CFA Counts Cash
The Carolina Film Alliance will hold a general membership meeting on Sept. 19. Major topic of discussion: proving how much residual income the film industry brings to the Carolinas.
The CFA is a group of filmmakers dedicated to boosting media production in S.C. They've spent the summer talking to local businesses that have benefited from the productions shooting here this year. It's the little things that aren't always taken into account when totting up the benefits of Hollywood companies filming here — the cost of bottled water, restaurant snacks, lumber, vehicle rentals — and the CFA wants hard facts and figures to hand to state legislators.
With these numbers they hope to convince senators and legislators that further tax incentives are worth supporting. Presently, the wage rebates blessed by the Secretary of Commerce favor TV shows — a major reason why Army Wives will shoot its second season here. "But if any new production company comes looking for rebates," says CFA President Robbin Knight, "the best incentives won't be here." While S.C.'s financial inducements for filmmakers are competitive, they still don't match those of Louisiana — the CFA wants to convince legislators to change that.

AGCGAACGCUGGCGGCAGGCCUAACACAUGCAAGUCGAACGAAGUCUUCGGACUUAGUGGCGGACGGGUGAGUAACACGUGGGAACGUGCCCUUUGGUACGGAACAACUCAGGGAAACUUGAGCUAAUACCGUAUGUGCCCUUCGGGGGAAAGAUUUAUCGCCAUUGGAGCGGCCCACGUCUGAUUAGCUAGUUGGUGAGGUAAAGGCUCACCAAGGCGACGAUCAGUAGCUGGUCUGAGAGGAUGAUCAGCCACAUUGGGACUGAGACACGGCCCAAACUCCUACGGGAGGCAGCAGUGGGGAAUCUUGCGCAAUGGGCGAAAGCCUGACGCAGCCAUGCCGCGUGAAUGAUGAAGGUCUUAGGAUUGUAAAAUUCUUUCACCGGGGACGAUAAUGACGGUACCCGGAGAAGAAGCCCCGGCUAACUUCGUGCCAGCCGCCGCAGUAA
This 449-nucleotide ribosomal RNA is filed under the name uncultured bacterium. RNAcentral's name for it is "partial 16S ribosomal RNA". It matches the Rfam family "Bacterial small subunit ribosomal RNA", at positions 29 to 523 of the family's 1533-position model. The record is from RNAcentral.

The meeting starts at 7 p.m. at Grazi's Shoe Cafe & Wine Bar, 14 Resolute Lane, I'On. —Nick Smith
Sick of Sicko? Fuming at Fahrenheit 9/11? For those who like their political filmmaking a little more right of center, help is at hand.
The Bastiat Society is a local organization aiming to "promote that the free market is the most productive, most humane, and most moral form of large-scale social organization." It's hosting the S.C. premiere of Mine Your Own Business, a 2006 documentary that claims to be the first to explore the dark side of the green scene.
Filmmaker Phelim McAleer is worried about environmentalists' "pernicious effects... on the poorest people in some of the poorest countries in the world." The former Financial Times correspondent looks at the impact eco-friendliness can have on miners, who stand to lose their livelihoods thanks to anti-mining campaigns coordinated by foreign environmentalists.
The Bastiat Society is named after 19th century French economist Frédéric Bastiat who once said, "The worst thing that can happen to a good cause is, not to be skillfully attacked, but to be ineptly defended."
The one-off screening of McAleer's skillful attack on tree-huggers takes place at the American Theater, 446 King St. on Wed. Sept. 5 at 5 p.m. Tickets won't cost a red cent. —Nick Smith